Our two week Medical Camps to Nepal run twice a year in April and August and offer a chance for professionals or students in medicine, nursing, public health and dentistry to travel into the Himalayan foothills to an area called Solu Khumbu where we run an outreach clinic that is the base for this event which attracts between 1500 - 2000 patients from the surrounding villages.

We employ Nepalese doctors and dentists from Kathmandu to supervise and support the event. Normally we have a group of up to twenty volunteers, five to six Nepali medical staff and local people to assist with portering and setting up the facilities.

The medical camps provide free consultations and health checks, diagnosis and basic treatment. They also provide basic dental check ups and dental work, plus public health campaigns in the schools. Each year we try to focus on one particular area of need, for example pre and post natal care, and fundraise for specific equipment such as portable ultrasound machines.

We started the camps in 2008 and the data we collect has enabled the charity to focus on specific projects aimed at improving public health such as piping clean water into each home, smokeless stoves in the homes and backboilers to provide hot water, as well as public health campaigns in the schools to promote simple personal and dental hygiene. Latest medical reports below:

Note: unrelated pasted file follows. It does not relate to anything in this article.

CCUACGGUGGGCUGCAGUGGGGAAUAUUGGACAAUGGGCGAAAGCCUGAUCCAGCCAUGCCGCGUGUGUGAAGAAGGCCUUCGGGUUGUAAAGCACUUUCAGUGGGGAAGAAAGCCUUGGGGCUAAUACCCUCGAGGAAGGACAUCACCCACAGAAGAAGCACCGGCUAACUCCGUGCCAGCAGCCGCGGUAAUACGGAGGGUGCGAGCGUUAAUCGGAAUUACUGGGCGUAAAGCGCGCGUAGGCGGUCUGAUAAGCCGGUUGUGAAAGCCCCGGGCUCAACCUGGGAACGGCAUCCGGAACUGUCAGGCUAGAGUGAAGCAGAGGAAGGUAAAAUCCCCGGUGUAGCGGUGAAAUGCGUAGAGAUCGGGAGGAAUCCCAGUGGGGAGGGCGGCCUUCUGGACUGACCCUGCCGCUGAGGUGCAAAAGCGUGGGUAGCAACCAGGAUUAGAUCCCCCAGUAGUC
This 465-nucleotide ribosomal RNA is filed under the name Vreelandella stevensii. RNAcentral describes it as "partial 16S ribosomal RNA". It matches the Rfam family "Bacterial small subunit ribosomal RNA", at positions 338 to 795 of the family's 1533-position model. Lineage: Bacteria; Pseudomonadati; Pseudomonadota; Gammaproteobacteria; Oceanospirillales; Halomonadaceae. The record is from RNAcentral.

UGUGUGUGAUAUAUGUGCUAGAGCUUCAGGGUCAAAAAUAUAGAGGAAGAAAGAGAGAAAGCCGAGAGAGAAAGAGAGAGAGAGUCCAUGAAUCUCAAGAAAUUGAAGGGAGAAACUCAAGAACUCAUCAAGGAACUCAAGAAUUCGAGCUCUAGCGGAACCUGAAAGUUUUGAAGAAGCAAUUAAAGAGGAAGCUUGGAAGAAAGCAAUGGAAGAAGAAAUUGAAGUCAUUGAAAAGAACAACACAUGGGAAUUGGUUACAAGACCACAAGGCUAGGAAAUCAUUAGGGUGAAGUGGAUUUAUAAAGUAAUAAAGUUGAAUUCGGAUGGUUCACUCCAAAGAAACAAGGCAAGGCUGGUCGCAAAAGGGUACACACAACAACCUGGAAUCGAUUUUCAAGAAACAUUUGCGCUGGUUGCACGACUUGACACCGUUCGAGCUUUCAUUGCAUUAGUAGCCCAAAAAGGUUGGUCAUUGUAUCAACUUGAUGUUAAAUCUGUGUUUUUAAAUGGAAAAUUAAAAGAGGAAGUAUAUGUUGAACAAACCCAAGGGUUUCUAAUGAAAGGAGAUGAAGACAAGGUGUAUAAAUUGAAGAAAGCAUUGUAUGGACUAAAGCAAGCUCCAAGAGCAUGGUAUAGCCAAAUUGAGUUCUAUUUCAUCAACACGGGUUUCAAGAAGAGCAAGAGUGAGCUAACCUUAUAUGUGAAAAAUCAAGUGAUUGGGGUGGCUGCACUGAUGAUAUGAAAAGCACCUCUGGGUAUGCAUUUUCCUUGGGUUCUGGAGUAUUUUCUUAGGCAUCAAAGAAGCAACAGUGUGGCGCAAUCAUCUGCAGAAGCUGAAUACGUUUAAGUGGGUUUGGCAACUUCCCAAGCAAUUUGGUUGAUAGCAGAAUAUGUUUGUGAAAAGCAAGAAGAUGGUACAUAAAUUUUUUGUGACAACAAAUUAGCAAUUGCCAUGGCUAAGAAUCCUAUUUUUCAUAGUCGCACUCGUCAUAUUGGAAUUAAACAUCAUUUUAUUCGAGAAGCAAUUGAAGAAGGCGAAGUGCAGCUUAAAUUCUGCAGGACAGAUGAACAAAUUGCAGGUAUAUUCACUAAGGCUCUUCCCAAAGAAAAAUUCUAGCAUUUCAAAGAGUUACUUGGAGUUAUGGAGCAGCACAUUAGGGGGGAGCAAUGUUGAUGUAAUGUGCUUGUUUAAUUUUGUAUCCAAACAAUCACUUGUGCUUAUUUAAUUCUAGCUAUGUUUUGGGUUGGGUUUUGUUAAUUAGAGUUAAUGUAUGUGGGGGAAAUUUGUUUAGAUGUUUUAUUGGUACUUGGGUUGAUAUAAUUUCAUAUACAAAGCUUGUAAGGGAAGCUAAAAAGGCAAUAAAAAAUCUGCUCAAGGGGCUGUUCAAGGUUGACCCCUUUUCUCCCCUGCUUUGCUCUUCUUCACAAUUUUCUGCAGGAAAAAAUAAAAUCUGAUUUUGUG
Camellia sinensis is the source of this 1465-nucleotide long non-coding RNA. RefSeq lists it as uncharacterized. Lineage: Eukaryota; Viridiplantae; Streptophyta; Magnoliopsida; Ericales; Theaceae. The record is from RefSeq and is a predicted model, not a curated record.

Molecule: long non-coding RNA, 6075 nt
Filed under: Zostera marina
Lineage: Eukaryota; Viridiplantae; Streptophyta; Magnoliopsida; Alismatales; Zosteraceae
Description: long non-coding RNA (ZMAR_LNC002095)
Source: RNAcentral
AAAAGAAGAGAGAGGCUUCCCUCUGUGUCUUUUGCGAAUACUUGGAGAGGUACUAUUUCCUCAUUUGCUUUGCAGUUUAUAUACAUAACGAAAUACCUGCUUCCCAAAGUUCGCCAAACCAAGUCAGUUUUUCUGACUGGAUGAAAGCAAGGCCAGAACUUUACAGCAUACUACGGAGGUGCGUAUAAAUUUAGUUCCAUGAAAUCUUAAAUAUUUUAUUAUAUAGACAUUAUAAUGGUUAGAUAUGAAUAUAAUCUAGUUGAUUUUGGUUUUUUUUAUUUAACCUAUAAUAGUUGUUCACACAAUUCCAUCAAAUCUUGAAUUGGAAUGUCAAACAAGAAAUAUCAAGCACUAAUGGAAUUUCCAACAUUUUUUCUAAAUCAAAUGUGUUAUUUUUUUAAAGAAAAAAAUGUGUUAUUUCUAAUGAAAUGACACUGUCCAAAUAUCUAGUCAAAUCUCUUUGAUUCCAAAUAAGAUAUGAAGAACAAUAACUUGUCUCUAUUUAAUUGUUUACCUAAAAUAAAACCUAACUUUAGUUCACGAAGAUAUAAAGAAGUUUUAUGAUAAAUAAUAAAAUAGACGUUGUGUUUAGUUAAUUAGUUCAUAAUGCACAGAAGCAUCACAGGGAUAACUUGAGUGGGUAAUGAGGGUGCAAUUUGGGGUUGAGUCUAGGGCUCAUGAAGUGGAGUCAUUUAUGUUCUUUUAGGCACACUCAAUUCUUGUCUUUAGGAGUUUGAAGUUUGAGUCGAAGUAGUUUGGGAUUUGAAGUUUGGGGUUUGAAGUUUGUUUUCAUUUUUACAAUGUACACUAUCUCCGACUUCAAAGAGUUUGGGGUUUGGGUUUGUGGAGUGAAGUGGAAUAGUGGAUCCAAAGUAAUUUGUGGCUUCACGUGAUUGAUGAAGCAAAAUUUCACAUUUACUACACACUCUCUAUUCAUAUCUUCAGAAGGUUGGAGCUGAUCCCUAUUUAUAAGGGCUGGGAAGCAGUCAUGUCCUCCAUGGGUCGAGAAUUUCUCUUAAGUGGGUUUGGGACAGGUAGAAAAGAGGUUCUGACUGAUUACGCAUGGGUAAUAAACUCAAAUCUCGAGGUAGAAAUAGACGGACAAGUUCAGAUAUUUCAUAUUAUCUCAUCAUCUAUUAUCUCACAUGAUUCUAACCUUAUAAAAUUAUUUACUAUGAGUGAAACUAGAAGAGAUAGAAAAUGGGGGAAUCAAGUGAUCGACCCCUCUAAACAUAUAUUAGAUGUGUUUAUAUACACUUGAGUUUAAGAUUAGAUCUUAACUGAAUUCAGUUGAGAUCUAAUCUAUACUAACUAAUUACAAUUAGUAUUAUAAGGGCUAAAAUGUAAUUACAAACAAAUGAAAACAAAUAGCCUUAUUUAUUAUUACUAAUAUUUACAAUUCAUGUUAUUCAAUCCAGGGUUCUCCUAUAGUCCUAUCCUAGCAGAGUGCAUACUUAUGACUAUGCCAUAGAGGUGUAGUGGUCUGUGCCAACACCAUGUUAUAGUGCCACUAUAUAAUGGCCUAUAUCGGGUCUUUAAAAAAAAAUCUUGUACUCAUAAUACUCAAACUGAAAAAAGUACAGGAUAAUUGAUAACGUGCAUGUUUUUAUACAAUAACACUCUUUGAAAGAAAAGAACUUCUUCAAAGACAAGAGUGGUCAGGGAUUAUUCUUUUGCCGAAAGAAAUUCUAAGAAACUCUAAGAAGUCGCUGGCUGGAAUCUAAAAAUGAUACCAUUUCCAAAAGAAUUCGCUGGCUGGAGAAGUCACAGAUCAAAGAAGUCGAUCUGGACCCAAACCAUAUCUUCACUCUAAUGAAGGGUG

Nepal Medical Camp 2016 - Final Report
Nepal Medical Camp 2017 - Final Report
Nepal Medical Camp 2018 - Final Report
Nepal Medical Camp 2019 - Final Report

Bristol Medical School has been a long time supporter of this programme and has set up a dedicated website for students from Bristol University about this trip. Read a blog by Kate Lowe, MBBS, MCEM, Emergency Medicine doctor based on the south coast of England, about her medical camp in Nepal here.


There are currently no permanent doctors in the region, which is home to a population of Sherpa and Rai people living in rural communities. Healthcare is fairly rudimentary and public health campaigns almost non-existent. The homes and lives of people are traditional but having said that, since we have provided clean water, electricity, smokeless stoves, back boilers with hot water and access to education there has been a change in the types of conditions that the medical camp has recorded. Less respiratory problems for example, less dermatological problems as people are able to wash more frequently with hot water and soap. But long term joint problems are a continued problem, given that most people work a hard farming life and also porter for tourists. Pre-natal care is a big concern, the level of infant mortality and labour complications is unnecessarily high and could easily be avoided.